How to Schedule a Python Script on a Mac

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In a previous article, we talked about how to run Python from the Windows Task Scheduler. This post will cover how to schedule Python tasks on a Mac operating system as well as give an overview of the schedule package.

Using crontab on Mac

Python tasks can be scheduled on Mac using crontab. To do that, first, open up the Terminal. Then, we need to modify the crontab file. We can do that by typing crontab -e.

This will open crontab in the default editor, which is typically vim. You can change the editor by adding the editor name in front of our command – for example, to modify the crontab file using nano, we can run nano crontab -e (followed by enter).

Next, we need to add in a line describing the schedule frequency of how often we want the Python script to run. We input this in the order: minute, hour, day of the month, month, and day of the week. To leave one of these unspecified, place an asterisk (*) in that date / time slot.

Example 1: Run script on the first day of each month at 2:03.

	
3 2 1 * * python /path/to/test_script.py

Example 2: Run script every minute

	
* * * * * python /path/to/test_script.py

Example 3: Run script every hour at the 30th minute

30 * * * * python /path/to/test_script.py

Once you’ve scheduled your Python script, you need to save the crontab file. If you’re using nano, you can do that by typing ctrl+0 followed by ctrl+x to exit. In vim, you can save and exit by hitting esc and then typing :w, followed by enter.

Handling potential issues

One issue that may come up has to do with permissions with “full disk access”. This may happen if you’re using a recent version of macOS Mojave. For details on how to fix this issue, see here.

Another common issue that occurs is with path names. This is always good to check – for example, if you have multiple installations of Python installed, you’ll want to point to the correct installation needed for your scheduled job.

The schedule package

In addition to using crontab to run Python scripts, we can also use the schedule library for handling scheduling Python tasks. This package is especially useful for scheduling specific functions within Python applications. It also works across different operating systems. Let’s get started with the schedule package by installing it with pip:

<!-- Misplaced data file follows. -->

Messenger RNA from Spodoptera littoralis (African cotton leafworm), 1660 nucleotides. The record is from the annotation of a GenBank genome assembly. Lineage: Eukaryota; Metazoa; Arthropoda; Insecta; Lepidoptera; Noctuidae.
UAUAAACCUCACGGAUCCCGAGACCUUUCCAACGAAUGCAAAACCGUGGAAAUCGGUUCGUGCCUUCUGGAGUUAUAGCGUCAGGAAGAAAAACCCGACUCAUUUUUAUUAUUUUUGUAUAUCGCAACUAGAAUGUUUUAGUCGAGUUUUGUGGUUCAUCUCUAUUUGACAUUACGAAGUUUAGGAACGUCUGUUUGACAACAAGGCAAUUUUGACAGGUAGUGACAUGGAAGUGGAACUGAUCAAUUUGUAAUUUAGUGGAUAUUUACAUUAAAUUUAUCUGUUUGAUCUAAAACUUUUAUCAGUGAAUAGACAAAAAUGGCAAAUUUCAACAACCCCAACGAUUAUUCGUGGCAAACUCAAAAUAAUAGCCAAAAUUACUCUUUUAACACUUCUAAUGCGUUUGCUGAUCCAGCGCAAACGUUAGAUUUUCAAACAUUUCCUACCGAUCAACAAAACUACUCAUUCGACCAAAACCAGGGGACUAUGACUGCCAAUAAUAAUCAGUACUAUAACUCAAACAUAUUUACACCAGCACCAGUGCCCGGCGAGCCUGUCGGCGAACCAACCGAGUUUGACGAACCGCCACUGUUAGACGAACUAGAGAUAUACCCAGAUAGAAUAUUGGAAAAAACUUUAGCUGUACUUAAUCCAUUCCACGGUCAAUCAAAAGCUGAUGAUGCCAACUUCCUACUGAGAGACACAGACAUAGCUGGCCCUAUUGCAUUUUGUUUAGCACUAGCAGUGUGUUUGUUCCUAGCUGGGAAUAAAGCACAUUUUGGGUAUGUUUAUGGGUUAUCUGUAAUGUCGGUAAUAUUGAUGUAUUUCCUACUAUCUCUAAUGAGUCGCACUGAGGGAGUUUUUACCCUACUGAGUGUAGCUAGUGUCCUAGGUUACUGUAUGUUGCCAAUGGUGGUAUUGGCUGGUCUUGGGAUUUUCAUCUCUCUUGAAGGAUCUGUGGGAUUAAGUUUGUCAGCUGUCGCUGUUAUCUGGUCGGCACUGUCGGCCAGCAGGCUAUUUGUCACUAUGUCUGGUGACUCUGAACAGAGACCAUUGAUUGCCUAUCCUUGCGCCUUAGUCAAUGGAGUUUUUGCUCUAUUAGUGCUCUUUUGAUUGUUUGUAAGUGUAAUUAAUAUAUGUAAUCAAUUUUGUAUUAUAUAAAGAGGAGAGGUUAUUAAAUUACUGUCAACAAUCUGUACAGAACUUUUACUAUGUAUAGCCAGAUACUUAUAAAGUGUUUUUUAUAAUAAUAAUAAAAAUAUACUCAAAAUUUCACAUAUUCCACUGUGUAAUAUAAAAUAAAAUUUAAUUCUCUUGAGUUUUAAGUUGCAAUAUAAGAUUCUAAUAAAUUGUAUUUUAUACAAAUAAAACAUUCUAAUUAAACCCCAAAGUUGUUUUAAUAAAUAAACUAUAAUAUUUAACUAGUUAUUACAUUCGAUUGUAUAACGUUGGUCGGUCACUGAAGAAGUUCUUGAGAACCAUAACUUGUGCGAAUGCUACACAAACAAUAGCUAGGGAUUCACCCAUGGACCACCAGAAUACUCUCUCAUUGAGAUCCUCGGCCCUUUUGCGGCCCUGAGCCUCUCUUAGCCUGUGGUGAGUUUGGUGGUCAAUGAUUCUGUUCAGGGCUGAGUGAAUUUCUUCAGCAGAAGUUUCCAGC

pip install schedule

We’ll start by creating a simple function called test that simply prints out a message. Then, we can use schedule to schedule a task running this function every 10 seconds. To kick off this task, we can use the run_pending method, which will run inside of a while loop.

import schedule
 
def test():
    print("Test this out!")
 
schedule.every(10).seconds.do(test)
 
while True:
    schedule.run_pending()

The recurrence of the task can be adjusted by changing “seconds” to “minutes” or “hours” like below.

# every 10 minutes
schedule.every(10).minutes.do(test)
 
# every 10 hours
schedule.every(10).hours.do(test)

Likewise, we can change the time unit length from 10 to any other number.

# every 1 minute
schedule.every(1).minutes.do(test)
 
# every 30 seconds
schedule.every(30).seconds.do(test)

Listing and clearing tasks

You can print out a list of the scheduled tasks by running schedule.jobs:

schedule.jobs

To clear out all tasks from the scheduler, we can run the following line of code:

schedule.clear()

Learn more about schedule by clicking here.

Scheduling Python tasks from the Windows Task Scheduler

If you’re running on Windows, you can also schedule tasks via the built-in Task Scheduler. Learn more about how to do that by clicking here.

Conclusion

That covers it for this post. Check out other Python posts here.

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